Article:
Summer at CCI

Summer at CCI



Welcome to Canadian College Italy’s 2015 Summer Academy.

Our students arrived safely last Friday and have since been busy with orientation, classes, and visits to San Vito, Ortona, and an agriturismo.

Lanciano is over 3000 years old – older than Rome – and our school is located in the heart of the historic centre. Below you will see the entrance to our school: a charming door within a door.

We held classes on Sunday afternoon after giving the students and teachers much needed time to rest.

After classes, we then headed to an agriturismo. Agriturismi can be found all throughout Italy. They are small working farms, usually family-run, that have been restored to offer services similar to a B&B. To be recognized as an agriturismo, the majority of the farm’s income must come from agriculture and the food served must either from the farm, or grown locally. We visited one such agriturismo after school on Wednesday: La Massaria di Sarchiappone.

Upon arrival we were met by Nico who gave us a tour of the property. He explained how his family has been operating the farm for generations. We could tell that he is very proud of the land and the business.

We came to a crest were Nico pointed to a road marking the WWII Gustav Line. The Germans heavily defended the north side of the line, where the farm is located, during the war and Nico’s grandparents hid the family in a nearby cave as the area was bombarded.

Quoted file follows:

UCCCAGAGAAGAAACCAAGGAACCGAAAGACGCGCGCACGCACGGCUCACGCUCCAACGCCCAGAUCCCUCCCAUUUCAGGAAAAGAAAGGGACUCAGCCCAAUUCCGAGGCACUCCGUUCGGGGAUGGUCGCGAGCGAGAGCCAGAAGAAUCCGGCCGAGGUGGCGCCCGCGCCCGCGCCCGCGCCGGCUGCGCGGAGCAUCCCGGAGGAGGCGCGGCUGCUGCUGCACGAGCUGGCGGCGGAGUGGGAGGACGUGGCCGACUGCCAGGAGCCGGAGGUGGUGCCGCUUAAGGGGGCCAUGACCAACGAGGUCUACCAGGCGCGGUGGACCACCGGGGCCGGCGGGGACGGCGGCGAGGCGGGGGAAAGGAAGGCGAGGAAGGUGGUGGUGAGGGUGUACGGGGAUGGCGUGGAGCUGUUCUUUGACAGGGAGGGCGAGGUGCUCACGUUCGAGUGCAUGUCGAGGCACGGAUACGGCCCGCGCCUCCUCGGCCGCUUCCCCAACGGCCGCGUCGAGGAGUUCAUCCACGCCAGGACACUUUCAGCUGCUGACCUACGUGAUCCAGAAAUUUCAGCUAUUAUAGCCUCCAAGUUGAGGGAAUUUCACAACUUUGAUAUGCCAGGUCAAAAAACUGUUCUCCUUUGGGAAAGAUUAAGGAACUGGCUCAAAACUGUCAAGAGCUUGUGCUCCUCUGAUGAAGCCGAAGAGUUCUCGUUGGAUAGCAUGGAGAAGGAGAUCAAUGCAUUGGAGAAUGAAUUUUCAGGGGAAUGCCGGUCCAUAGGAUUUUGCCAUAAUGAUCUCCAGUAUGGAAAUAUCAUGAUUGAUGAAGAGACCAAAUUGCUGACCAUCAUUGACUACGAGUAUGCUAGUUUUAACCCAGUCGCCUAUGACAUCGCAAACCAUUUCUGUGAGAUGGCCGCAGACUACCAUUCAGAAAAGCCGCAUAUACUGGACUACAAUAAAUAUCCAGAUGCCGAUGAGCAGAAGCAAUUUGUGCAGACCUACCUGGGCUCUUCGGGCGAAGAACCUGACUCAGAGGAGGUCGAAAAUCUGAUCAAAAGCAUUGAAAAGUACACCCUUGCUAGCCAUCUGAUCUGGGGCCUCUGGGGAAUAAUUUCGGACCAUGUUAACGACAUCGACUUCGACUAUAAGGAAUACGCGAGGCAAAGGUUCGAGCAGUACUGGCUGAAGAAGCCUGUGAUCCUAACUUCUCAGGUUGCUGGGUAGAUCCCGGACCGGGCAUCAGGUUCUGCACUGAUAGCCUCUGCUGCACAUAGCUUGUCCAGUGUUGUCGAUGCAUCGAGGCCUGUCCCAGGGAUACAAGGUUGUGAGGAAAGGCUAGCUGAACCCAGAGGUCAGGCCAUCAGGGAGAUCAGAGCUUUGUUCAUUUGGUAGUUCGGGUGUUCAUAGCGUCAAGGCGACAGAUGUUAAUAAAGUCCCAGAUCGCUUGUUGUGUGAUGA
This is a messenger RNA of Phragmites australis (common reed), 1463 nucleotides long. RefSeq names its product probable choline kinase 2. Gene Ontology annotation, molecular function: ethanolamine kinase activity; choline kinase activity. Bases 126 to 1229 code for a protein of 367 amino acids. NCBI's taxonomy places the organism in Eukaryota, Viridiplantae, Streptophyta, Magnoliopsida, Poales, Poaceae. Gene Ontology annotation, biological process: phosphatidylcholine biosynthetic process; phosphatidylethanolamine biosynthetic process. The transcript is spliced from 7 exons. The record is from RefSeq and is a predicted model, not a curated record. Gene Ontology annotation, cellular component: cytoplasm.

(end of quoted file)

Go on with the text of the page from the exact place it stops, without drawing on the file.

We then sat for a tasting. We were served delicious fresh bread with olive oil, cured meats, and percorino cheese.

Tuesday was more solemn as we visited the nearby town of Ortona. This was the site of one of the bloodiest battles of WWII. In December of 1943 Canadian troops fought their way through rain, mud, and artillery fire, to make their way into the town. There, they fought from one house to the next, claiming one street at a time, and eventually liberated Ortona from the Nazis.

Our first stop was the War Museum where students then had time to explore the museum and examine its many artefacts from the war.

Later, we were led to the centre of the museum that holds a model of the town, showing us what Ortona had looked like during the battle. Our dear friend Tommaso, who was 10 years old during the battle, shared his experiences of the war with our group.

We then walked through town, down the corso to the Price of Peace Monument.

We finished the day with a tour of the nearby Moro River Canadian War Cemetery. Here are the resting places of over 1300 fallen soldiers. For many of our students, it was an emotional experience to read the names, and the ages, on the tombstones of the soldiers that died during that horrific battle.